Enhancing quality of life in our community is a vital part of our mission at the Joplin Area Chamber of Commerce. To help us tackle our ambitious community enhancement goals, we launched a Cultural Affairs committee in 2005, who early on helped us recognize the need to promote and encourage the creation of arts in Joplin.
Art in Public Places, the committee’s signature program, commissions and funds large-scale public art installations that are intended to enhance quality of life for the people in our community. Projects are open to the public, designed to be enjoyed communitywide, and showcase our area’s cultural history and proud heritage.
Finding funding for public arts projects hasn’t always been the easiest of tasks. Our dedicated group of Cultural Affairs committee members, however, was determined from the beginning to creatively raise all the funds needed to pay for what would later become the first of several installations in our community.
After some brainstorming, volunteers came up with a new idea for a chamber-supported event called Dancing with the Joplin Stars. The inaugural competition, hosted in 2010, brought the community together for dinner, dancing, and an entertaining evening of friendly competition.
Six local celebrities – TV personalities, prominent art supporters, community business leaders, the chief of police, and the Chamber President and CEO, Rob O’Brian – participated in fundraising efforts, committing to three months of rehearsal with a professional partner and agreeing to learn two dance routines: a waltz and a dance of their choice. Internationally known dance champions Sloane Hansen and Bernadette Carmichael joined our efforts and assisted with dance routines.
A selection of chamber members was invited to judge the competition and to present two awards: Judges’ Choice and the Peoples’ Choice. Here’s where the fundraising kicked into high gear. To help raise funds for Dancing with the Joplin Stars, celebrity dancers sold votes leading up to, and throughout, the event. The dance duo with the highest number of purchased votes received the coveted Peoples’ Choice Award.
The first year’s event was a tremendous success. With funds raised from Dancing with the Joplin Stars, the Cultural Affairs committee was able to pay for the first public art project. Anthony Benton Gude, grandson of Missouri muralist Thomas Hart Benton, was commissioned to create a piece of art that would accompany a mural in Joplin City Hall created by his grandfather. The artist was asked to capture Joplin in the mid-20th century, which led to the creation of Gude’s mural, titled “Route 66, Joplin, Missouri.” The mural depicts the strong cultural ties that Joplin had to Route 66 and hangs alongside Benton’s mural of early Joplin. Route 66, Joplin, Missouri was dedicated April 2010.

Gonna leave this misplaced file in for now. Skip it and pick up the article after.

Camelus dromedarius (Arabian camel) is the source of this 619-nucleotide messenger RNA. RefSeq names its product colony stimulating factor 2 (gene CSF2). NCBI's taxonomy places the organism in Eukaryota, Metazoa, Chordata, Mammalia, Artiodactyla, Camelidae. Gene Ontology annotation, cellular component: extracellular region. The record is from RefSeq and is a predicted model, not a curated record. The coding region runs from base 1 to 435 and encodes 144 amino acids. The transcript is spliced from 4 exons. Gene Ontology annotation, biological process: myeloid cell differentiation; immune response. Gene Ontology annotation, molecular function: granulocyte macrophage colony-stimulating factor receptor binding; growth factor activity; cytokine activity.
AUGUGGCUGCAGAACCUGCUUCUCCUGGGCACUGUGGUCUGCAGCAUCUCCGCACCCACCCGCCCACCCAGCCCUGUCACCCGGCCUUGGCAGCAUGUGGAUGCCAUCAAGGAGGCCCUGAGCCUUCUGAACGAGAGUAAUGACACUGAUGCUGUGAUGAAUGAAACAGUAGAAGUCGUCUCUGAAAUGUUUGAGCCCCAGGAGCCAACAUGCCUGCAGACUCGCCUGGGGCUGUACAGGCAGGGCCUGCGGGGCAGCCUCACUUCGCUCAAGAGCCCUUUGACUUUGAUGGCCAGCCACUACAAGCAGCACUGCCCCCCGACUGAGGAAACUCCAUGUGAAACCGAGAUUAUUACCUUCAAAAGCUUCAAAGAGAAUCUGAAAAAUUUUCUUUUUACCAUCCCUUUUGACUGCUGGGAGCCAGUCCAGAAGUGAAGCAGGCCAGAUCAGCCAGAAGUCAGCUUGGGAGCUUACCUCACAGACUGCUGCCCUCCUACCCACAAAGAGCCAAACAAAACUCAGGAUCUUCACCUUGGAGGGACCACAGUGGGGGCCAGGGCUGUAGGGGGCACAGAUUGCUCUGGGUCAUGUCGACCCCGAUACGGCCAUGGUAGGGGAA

With the overwhelming success of the inaugural fundraising event and the subsequent installation of the Route 66 mural, the seed was planted for future community art projects. Dancing with the Joplin Stars became something the community looked forward to each year.
Following the Route 66 mural, the second public art project brought muralist Dave Loewenstein to Joplin for a community-centered installation. Loewenstein gathered input from community groups and used that collaborative inspiration to begin designing a mural that would live on a highly-visible Main Street building.
Loewenstein’s focus, however, drastically changed when an EF5 tornado struck Joplin on May 22, 2011. Following the disaster, the artist met with more than 20 community groups – many of which were comprised of children from Joplin – to record people’s impressions and images of Joplin on the day of the tornado. The result – titled The Butterfly Effect: Dreams Take Flight, which is inspired by Langston Hughes’ poem titled In Time of Silver Rain – was dedicated in September 2011 and today is one of the most colorful and impactful pieces of public art in the Missouri town.
Inspired by Loewenstein’s work, the people of Joplin were perhaps now more motivated than ever before to support public art in their community.
For the Cultural Affairs committee’s third public art project, the group of volunteers wanted to give a nod to Joplin’s long, rich history of performing arts, which dates back to before the turn of the 20th century. The Shubert and Club theatres showcased major performers of the day along with vaudeville and musical performances, while the Fox Theatre was one of the grandest movie houses west of the Mississippi River. Still to this day, the community is home to the longest continually-operating community theatre, Joplin’s Little Theatre. To recognize its storied performing arts past, the committee commissioned Garin Baker, a nationally-known artist, to create a new outdoor mural. Dedicated in May 2014, the mural is titled Celebrating the Performing Arts of Joplin and serves as a beautiful representation of the community’s past, present, and future for arts of all varieties.
Although successful, the Joplin Area Chamber of Commerce and board of directors and committee members recognized the need to keep things fresh. In 2015 the organization hosted the grand finale of Dancing with the Joplin Stars. The “all-star” event brought together 10 former dancers, winners, and audience favorites for one final performance, which raised more than $26,000 for the Art in Public Places program. With this final infusion of support, the Cultural Affairs committee was able to move forward with a long-desired Sculpture in the Park project. Local artist Karl Lipscomb was chosen and is currently in the process of creating the sculpture. As with every other public art project, Lipscomb’s sculpture is for all to enjoy and adds to the beautification and enhancement of our wonderful town of Joplin, Missouri.
Download this article: “Stars” Align for Joplin’s Public Arts (3)